“Where conservative Republicans had trouble in the past passing bills, we will be a solid majority in the Senate next year—with the ability to block bills and set the agenda,” he told the Austin American-Statesman. “We’re going to take it to warp speed. … I believe this next Legislature will be the most conservative ever, even though I think we’re already the most conservative in the country. The voices of the people are clear.”
Warp speed will be somewhat more difficult if the one truly contested senate race goes to the Democrat. State Sen. Wendy Davis, a moderate-to-liberal Fort Worth Democrat, is locked in a tight race with challenger Mark Shelton, a Republican state representative from Fort Worth. If Davis loses, Democrats in the Senate will hold only 11 seats, requiring that they vote as a tight bloc to stop the GOP majority from doing whatever they want. (That’s because of the two-thirds tradition requiring two-thirds support for any bill to pass.) And, to paraphrase Will Rogers, those 11 individuals belong to no organized party; they are Democrats. The caucus may have a difficult time holding all 11 votes together.
Moreover, if Davis falls, the Democrats will lose one of their more dynamic elected officials. At the end of last session, Davis rallied many demoralized Democrats by filibustering the GOP’s school-finance plan, which cut more than $4 billion from Texas schools. Shelton, on the other hand, has fallen into the usual pattern of Texas state-level candidates: running against President Obama. Last session, Shelton, a pediatrician, joined many of his fellow doctor-conservatives in filing a flurry of anti-Obamacare legislation. At times, he aligned himself with some of the more extreme elements in the GOP. For example, he was one of eight to vote against a bill—authored, it’s important to note, by Wendy Davis—that would have required law enforcement to start testing an enormous backlog of rape kits.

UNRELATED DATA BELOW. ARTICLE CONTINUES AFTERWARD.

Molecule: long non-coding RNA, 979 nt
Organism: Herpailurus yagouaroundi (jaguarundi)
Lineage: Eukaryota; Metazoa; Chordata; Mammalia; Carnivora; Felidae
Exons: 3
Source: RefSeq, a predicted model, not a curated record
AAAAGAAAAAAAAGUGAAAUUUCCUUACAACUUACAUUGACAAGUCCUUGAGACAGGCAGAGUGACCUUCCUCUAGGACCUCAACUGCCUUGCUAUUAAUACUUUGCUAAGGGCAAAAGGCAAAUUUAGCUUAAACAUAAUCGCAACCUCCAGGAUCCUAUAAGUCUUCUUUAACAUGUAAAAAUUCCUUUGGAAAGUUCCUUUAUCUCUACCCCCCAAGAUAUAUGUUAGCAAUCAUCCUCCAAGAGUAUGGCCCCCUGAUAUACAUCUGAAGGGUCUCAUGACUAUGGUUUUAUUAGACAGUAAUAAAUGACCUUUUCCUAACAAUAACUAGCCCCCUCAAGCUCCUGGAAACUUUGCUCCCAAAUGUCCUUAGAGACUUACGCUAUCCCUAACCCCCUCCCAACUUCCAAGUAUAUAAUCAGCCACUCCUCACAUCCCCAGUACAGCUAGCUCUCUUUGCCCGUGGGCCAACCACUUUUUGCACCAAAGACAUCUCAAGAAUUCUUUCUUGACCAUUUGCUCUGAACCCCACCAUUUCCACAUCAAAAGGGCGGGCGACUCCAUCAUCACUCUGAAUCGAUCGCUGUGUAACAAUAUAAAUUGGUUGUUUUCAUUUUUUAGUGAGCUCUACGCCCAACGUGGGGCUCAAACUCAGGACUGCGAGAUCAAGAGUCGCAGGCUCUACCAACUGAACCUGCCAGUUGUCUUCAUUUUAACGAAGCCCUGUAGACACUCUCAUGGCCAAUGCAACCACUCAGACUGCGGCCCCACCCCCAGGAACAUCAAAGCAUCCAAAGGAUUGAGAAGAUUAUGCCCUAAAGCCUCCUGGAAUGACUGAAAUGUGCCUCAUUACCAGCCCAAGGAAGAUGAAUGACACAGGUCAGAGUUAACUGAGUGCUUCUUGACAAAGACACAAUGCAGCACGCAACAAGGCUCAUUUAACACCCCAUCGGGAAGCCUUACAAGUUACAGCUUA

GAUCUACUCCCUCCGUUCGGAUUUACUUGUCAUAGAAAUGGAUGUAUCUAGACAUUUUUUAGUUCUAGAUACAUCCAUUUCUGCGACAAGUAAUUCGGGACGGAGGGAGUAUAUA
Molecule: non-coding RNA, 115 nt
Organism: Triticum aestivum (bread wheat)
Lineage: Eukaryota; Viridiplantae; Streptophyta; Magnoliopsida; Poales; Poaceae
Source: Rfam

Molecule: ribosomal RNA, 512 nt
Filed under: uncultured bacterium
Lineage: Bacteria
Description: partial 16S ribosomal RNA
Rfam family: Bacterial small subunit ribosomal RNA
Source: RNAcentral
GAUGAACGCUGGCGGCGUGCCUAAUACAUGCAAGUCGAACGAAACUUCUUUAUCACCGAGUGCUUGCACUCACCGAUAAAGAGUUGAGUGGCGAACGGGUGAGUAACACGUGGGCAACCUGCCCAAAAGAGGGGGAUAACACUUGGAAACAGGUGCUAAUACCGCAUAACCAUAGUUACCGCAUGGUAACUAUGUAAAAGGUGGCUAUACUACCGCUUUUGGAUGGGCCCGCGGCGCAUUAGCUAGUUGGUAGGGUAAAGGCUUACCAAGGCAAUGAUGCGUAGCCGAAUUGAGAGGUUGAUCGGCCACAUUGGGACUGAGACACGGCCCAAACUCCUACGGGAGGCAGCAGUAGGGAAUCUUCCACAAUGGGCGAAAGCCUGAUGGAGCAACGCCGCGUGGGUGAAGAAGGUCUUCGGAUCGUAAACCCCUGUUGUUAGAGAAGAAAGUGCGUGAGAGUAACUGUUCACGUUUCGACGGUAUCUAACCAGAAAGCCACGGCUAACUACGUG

Regardless of the outcome in the Davis-Shelton race, the Senate will tilt further to the right after Tuesday. Rice University professor Mark P. Jones confidently predicts that will be the case based on the legislators’ voting records. In an analysis for the Texas Tribune, he identified 38 “bridge votes”—instances where both the House and Senate cast votes on identical pieces of legislation—that can be used to compare the ideological make-up of the outgoing and incoming senators in each seat.